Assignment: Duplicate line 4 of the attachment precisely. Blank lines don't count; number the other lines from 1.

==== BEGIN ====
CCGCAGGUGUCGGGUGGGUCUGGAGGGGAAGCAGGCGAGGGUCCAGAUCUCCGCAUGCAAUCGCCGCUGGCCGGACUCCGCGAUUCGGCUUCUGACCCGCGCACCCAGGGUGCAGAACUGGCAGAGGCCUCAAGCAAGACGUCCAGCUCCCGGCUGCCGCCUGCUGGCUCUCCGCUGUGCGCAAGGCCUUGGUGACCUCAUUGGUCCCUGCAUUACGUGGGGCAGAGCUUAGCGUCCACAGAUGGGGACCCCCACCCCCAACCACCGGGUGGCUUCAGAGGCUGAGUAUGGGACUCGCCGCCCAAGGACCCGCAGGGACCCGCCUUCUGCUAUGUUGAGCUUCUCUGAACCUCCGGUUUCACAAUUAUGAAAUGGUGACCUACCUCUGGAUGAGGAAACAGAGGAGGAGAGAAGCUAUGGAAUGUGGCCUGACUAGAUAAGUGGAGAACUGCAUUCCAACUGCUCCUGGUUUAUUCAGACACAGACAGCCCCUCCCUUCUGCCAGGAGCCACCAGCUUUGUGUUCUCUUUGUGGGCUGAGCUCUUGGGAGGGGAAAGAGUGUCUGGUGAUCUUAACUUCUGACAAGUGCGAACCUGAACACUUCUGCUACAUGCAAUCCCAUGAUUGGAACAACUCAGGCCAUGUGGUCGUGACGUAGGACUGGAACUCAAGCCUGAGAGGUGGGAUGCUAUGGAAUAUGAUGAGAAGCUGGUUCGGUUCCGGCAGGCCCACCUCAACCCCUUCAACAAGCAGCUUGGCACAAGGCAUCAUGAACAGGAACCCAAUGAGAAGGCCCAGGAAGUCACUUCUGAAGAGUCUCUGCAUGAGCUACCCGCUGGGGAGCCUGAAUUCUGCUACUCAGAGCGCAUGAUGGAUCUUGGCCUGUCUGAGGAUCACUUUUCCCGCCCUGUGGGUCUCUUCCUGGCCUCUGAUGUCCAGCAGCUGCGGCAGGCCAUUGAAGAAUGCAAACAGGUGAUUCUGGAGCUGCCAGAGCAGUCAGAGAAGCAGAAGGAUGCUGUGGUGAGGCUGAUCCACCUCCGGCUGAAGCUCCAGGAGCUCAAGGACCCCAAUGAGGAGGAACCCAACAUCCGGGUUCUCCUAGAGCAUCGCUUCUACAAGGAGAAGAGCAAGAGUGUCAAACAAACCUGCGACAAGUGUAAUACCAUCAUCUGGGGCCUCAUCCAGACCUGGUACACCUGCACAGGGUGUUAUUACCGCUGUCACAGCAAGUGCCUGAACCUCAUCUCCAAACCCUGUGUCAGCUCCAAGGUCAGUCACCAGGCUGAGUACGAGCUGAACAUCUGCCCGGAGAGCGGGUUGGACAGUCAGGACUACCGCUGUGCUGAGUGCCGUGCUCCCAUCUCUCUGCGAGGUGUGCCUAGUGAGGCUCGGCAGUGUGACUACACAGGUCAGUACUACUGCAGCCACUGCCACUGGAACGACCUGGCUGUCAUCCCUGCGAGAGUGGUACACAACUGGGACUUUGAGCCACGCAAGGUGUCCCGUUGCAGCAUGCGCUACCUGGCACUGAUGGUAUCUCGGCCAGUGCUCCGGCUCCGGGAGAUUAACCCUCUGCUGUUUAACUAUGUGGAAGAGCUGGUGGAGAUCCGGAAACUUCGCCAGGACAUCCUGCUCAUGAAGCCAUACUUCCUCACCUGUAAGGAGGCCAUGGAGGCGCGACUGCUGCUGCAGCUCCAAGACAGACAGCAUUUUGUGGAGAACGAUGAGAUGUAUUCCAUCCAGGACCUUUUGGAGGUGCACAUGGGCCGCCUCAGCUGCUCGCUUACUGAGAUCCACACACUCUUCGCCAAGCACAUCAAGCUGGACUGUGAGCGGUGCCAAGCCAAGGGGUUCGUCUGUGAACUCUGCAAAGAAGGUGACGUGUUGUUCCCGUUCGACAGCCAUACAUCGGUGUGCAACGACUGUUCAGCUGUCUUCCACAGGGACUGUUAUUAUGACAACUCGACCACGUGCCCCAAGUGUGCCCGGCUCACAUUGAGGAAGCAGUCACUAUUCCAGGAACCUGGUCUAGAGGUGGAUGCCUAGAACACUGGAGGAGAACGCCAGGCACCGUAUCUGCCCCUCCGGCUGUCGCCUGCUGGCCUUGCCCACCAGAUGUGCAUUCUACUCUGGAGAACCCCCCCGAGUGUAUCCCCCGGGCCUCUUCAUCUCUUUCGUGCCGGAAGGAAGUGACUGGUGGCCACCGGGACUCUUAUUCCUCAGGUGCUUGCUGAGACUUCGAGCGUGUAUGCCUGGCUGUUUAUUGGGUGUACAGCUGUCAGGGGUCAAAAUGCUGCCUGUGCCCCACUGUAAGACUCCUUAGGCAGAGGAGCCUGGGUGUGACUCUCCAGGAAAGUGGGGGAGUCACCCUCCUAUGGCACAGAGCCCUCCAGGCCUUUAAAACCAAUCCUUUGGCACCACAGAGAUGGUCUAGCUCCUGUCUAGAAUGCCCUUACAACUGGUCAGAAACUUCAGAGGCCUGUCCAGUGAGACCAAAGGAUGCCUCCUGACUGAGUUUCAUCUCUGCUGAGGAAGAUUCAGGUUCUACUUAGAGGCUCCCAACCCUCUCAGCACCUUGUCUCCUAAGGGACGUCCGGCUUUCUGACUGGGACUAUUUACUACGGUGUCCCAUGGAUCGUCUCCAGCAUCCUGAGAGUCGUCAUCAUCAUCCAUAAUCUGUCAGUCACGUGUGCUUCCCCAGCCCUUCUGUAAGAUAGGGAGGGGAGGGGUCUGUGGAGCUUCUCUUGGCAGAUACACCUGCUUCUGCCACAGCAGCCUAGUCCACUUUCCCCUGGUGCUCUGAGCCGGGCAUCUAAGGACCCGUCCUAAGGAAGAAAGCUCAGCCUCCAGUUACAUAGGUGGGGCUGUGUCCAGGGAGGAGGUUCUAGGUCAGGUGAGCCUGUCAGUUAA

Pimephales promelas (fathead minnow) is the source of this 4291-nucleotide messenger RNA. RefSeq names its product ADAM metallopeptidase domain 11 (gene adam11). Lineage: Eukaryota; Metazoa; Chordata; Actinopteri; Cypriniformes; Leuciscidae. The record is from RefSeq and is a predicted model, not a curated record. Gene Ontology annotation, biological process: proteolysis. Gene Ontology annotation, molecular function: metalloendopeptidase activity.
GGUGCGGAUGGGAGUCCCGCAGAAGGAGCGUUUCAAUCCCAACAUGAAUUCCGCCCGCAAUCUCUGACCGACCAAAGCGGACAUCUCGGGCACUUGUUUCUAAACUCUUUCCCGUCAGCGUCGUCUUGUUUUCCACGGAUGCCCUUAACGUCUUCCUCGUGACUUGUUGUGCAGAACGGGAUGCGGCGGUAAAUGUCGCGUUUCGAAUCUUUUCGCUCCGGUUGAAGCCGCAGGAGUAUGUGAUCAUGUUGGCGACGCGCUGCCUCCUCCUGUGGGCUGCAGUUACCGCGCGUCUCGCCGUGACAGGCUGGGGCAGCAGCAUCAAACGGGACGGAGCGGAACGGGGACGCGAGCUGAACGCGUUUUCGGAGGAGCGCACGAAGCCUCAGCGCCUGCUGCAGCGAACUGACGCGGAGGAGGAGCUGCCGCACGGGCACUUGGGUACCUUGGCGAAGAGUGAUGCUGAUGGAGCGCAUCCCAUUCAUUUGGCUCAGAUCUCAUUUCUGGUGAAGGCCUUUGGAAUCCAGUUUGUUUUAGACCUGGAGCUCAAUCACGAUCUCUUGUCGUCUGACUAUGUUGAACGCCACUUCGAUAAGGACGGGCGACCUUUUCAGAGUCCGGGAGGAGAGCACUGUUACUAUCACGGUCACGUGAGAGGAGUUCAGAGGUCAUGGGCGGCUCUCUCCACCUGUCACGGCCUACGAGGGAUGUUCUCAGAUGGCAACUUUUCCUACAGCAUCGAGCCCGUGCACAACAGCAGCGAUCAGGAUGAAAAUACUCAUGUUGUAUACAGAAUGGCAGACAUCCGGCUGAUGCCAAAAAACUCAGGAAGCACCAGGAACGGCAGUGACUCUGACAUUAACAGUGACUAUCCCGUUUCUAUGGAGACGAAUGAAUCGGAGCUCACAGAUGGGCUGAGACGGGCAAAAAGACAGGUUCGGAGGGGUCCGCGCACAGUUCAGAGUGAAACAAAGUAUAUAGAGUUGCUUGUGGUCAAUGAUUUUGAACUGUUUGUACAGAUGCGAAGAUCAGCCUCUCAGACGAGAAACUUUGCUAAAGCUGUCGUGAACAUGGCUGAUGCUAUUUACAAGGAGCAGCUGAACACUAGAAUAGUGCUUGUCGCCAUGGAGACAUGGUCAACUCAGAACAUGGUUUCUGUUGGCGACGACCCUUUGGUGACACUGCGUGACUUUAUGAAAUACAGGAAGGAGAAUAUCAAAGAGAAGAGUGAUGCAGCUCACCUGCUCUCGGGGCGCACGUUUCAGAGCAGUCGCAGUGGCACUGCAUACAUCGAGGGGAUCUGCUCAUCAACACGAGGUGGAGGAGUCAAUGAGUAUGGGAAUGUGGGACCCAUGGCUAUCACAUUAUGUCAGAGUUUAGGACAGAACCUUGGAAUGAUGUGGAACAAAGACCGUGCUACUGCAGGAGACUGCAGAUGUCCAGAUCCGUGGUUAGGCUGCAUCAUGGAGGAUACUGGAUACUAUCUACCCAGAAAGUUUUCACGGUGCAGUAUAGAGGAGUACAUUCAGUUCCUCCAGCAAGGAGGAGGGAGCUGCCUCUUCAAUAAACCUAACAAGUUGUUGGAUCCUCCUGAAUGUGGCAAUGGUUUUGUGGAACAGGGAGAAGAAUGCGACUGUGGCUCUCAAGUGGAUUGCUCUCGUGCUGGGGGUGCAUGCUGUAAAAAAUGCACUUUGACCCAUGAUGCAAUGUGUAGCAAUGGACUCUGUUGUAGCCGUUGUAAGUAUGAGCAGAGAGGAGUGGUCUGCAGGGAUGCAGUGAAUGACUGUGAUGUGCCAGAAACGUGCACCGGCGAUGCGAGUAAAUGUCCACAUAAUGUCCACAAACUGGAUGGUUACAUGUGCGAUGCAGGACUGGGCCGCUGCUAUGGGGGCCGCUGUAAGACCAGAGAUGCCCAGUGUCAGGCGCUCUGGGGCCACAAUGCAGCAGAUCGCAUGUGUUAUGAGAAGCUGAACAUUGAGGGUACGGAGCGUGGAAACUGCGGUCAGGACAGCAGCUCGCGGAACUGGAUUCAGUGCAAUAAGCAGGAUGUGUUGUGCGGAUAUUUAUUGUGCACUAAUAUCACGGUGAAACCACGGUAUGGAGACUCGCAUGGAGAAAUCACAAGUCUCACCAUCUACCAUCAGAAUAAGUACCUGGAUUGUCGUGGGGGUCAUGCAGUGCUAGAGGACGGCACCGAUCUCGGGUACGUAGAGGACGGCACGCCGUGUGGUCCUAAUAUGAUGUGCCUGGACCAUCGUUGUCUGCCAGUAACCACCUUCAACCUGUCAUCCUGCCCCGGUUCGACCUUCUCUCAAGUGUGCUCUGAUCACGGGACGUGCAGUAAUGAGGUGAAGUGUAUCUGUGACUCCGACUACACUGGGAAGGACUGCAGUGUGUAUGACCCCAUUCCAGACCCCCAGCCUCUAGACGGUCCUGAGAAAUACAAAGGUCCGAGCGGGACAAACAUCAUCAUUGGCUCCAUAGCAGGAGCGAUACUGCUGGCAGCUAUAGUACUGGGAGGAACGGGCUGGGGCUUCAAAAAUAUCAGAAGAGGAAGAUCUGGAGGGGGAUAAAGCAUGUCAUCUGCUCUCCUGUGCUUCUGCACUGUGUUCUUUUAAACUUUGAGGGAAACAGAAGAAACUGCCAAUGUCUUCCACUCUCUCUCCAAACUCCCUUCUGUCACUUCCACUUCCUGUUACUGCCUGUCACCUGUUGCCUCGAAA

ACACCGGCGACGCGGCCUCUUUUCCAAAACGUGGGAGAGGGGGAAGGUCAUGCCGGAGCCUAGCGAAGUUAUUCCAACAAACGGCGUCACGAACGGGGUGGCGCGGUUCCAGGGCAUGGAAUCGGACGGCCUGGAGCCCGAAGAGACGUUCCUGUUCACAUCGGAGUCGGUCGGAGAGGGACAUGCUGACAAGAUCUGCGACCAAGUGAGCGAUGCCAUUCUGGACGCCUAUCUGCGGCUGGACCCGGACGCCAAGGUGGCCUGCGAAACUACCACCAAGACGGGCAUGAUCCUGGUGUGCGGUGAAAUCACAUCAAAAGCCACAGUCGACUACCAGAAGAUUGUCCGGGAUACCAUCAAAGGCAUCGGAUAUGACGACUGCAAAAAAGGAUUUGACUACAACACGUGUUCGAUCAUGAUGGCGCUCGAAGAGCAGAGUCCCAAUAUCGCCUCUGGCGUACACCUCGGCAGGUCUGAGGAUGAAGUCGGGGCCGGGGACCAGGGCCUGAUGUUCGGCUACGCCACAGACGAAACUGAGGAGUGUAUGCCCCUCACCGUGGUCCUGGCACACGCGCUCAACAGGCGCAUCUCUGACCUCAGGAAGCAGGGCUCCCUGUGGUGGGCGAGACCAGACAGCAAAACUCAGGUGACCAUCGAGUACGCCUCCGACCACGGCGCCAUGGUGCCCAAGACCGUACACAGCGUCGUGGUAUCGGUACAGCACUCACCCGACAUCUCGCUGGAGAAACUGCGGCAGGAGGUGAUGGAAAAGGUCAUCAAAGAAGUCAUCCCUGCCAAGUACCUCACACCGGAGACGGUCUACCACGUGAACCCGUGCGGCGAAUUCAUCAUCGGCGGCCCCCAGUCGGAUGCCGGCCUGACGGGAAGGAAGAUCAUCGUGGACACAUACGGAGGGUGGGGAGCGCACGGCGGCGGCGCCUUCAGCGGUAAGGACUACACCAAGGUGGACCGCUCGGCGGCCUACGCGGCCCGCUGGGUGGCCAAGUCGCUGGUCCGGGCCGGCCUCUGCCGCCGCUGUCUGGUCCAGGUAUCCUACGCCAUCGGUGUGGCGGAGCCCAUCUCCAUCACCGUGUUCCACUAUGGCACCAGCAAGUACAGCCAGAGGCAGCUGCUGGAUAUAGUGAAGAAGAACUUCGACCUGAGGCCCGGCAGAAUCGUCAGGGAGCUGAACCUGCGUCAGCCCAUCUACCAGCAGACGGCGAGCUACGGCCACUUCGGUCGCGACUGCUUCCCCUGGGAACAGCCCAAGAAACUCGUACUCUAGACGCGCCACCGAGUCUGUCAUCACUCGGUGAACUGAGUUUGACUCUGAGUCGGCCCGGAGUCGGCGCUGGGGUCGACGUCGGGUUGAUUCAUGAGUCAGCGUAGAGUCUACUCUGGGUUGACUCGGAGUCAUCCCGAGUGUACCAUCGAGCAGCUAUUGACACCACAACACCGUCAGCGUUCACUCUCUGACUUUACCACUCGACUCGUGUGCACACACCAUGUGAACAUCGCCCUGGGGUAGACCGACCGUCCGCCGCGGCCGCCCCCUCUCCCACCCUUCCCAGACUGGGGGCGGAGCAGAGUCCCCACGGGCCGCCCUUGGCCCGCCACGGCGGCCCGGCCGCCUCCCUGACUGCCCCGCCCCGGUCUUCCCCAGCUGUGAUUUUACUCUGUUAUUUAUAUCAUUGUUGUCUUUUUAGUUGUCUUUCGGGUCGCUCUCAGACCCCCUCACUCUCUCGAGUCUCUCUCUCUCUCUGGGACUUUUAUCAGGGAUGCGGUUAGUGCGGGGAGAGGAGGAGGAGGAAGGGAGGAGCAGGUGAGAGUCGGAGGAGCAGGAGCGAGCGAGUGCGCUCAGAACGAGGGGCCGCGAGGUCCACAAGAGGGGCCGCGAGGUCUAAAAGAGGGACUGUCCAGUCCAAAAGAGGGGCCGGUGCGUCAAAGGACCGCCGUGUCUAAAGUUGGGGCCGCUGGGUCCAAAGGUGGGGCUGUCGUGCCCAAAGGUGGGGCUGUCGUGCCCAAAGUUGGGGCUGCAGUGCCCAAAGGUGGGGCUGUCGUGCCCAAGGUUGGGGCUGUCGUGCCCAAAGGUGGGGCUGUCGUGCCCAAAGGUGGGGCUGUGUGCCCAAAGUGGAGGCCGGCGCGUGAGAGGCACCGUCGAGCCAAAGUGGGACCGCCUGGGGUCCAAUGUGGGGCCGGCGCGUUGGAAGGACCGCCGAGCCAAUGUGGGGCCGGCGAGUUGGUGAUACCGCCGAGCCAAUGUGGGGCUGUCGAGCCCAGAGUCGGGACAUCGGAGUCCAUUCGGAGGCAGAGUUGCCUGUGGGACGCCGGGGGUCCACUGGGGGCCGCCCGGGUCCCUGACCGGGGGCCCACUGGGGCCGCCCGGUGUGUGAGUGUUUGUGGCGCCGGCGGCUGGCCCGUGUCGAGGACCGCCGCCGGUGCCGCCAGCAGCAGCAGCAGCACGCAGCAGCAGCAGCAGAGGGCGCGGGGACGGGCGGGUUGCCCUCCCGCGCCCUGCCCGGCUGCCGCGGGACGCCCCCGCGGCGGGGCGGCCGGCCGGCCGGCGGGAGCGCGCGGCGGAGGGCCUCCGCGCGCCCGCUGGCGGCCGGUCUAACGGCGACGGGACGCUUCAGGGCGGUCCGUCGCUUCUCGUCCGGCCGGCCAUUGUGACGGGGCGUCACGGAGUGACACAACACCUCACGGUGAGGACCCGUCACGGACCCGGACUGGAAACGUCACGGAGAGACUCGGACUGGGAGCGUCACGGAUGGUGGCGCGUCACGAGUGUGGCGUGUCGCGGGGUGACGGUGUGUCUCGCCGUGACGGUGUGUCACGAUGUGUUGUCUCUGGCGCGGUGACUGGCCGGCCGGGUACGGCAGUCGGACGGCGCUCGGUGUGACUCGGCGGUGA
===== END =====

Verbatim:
ACACCGGCGACGCGGCCUCUUUUCCAAAACGUGGGAGAGGGGGAAGGUCAUGCCGGAGCCUAGCGAAGUUAUUCCAACAAACGGCGUCACGAACGGGGUGGCGCGGUUCCAGGGCAUGGAAUCGGACGGCCUGGAGCCCGAAGAGACGUUCCUGUUCACAUCGGAGUCGGUCGGAGAGGGACAUGCUGACAAGAUCUGCGACCAAGUGAGCGAUGCCAUUCUGGACGCCUAUCUGCGGCUGGACCCGGACGCCAAGGUGGCCUGCGAAACUACCACCAAGACGGGCAUGAUCCUGGUGUGCGGUGAAAUCACAUCAAAAGCCACAGUCGACUACCAGAAGAUUGUCCGGGAUACCAUCAAAGGCAUCGGAUAUGACGACUGCAAAAAAGGAUUUGACUACAACACGUGUUCGAUCAUGAUGGCGCUCGAAGAGCAGAGUCCCAAUAUCGCCUCUGGCGUACACCUCGGCAGGUCUGAGGAUGAAGUCGGGGCCGGGGACCAGGGCCUGAUGUUCGGCUACGCCACAGACGAAACUGAGGAGUGUAUGCCCCUCACCGUGGUCCUGGCACACGCGCUCAACAGGCGCAUCUCUGACCUCAGGAAGCAGGGCUCCCUGUGGUGGGCGAGACCAGACAGCAAAACUCAGGUGACCAUCGAGUACGCCUCCGACCACGGCGCCAUGGUGCCCAAGACCGUACACAGCGUCGUGGUAUCGGUACAGCACUCACCCGACAUCUCGCUGGAGAAACUGCGGCAGGAGGUGAUGGAAAAGGUCAUCAAAGAAGUCAUCCCUGCCAAGUACCUCACACCGGAGACGGUCUACCACGUGAACCCGUGCGGCGAAUUCAUCAUCGGCGGCCCCCAGUCGGAUGCCGGCCUGACGGGAAGGAAGAUCAUCGUGGACACAUACGGAGGGUGGGGAGCGCACGGCGGCGGCGCCUUCAGCGGUAAGGACUACACCAAGGUGGACCGCUCGGCGGCCUACGCGGCCCGCUGGGUGGCCAAGUCGCUGGUCCGGGCCGGCCUCUGCCGCCGCUGUCUGGUCCAGGUAUCCUACGCCAUCGGUGUGGCGGAGCCCAUCUCCAUCACCGUGUUCCACUAUGGCACCAGCAAGUACAGCCAGAGGCAGCUGCUGGAUAUAGUGAAGAAGAACUUCGACCUGAGGCCCGGCAGAAUCGUCAGGGAGCUGAACCUGCGUCAGCCCAUCUACCAGCAGACGGCGAGCUACGGCCACUUCGGUCGCGACUGCUUCCCCUGGGAACAGCCCAAGAAACUCGUACUCUAGACGCGCCACCGAGUCUGUCAUCACUCGGUGAACUGAGUUUGACUCUGAGUCGGCCCGGAGUCGGCGCUGGGGUCGACGUCGGGUUGAUUCAUGAGUCAGCGUAGAGUCUACUCUGGGUUGACUCGGAGUCAUCCCGAGUGUACCAUCGAGCAGCUAUUGACACCACAACACCGUCAGCGUUCACUCUCUGACUUUACCACUCGACUCGUGUGCACACACCAUGUGAACAUCGCCCUGGGGUAGACCGACCGUCCGCCGCGGCCGCCCCCUCUCCCACCCUUCCCAGACUGGGGGCGGAGCAGAGUCCCCACGGGCCGCCCUUGGCCCGCCACGGCGGCCCGGCCGCCUCCCUGACUGCCCCGCCCCGGUCUUCCCCAGCUGUGAUUUUACUCUGUUAUUUAUAUCAUUGUUGUCUUUUUAGUUGUCUUUCGGGUCGCUCUCAGACCCCCUCACUCUCUCGAGUCUCUCUCUCUCUCUGGGACUUUUAUCAGGGAUGCGGUUAGUGCGGGGAGAGGAGGAGGAGGAAGGGAGGAGCAGGUGAGAGUCGGAGGAGCAGGAGCGAGCGAGUGCGCUCAGAACGAGGGGCCGCGAGGUCCACAAGAGGGGCCGCGAGGUCUAAAAGAGGGACUGUCCAGUCCAAAAGAGGGGCCGGUGCGUCAAAGGACCGCCGUGUCUAAAGUUGGGGCCGCUGGGUCCAAAGGUGGGGCUGUCGUGCCCAAAGGUGGGGCUGUCGUGCCCAAAGUUGGGGCUGCAGUGCCCAAAGGUGGGGCUGUCGUGCCCAAGGUUGGGGCUGUCGUGCCCAAAGGUGGGGCUGUCGUGCCCAAAGGUGGGGCUGUGUGCCCAAAGUGGAGGCCGGCGCGUGAGAGGCACCGUCGAGCCAAAGUGGGACCGCCUGGGGUCCAAUGUGGGGCCGGCGCGUUGGAAGGACCGCCGAGCCAAUGUGGGGCCGGCGAGUUGGUGAUACCGCCGAGCCAAUGUGGGGCUGUCGAGCCCAGAGUCGGGACAUCGGAGUCCAUUCGGAGGCAGAGUUGCCUGUGGGACGCCGGGGGUCCACUGGGGGCCGCCCGGGUCCCUGACCGGGGGCCCACUGGGGCCGCCCGGUGUGUGAGUGUUUGUGGCGCCGGCGGCUGGCCCGUGUCGAGGACCGCCGCCGGUGCCGCCAGCAGCAGCAGCAGCACGCAGCAGCAGCAGCAGAGGGCGCGGGGACGGGCGGGUUGCCCUCCCGCGCCCUGCCCGGCUGCCGCGGGACGCCCCCGCGGCGGGGCGGCCGGCCGGCCGGCGGGAGCGCGCGGCGGAGGGCCUCCGCGCGCCCGCUGGCGGCCGGUCUAACGGCGACGGGACGCUUCAGGGCGGUCCGUCGCUUCUCGUCCGGCCGGCCAUUGUGACGGGGCGUCACGGAGUGACACAACACCUCACGGUGAGGACCCGUCACGGACCCGGACUGGAAACGUCACGGAGAGACUCGGACUGGGAGCGUCACGGAUGGUGGCGCGUCACGAGUGUGGCGUGUCGCGGGGUGACGGUGUGUCUCGCCGUGACGGUGUGUCACGAUGUGUUGUCUCUGGCGCGGUGACUGGCCGGCCGGGUACGGCAGUCGGACGGCGCUCGGUGUGACUCGGCGGUGA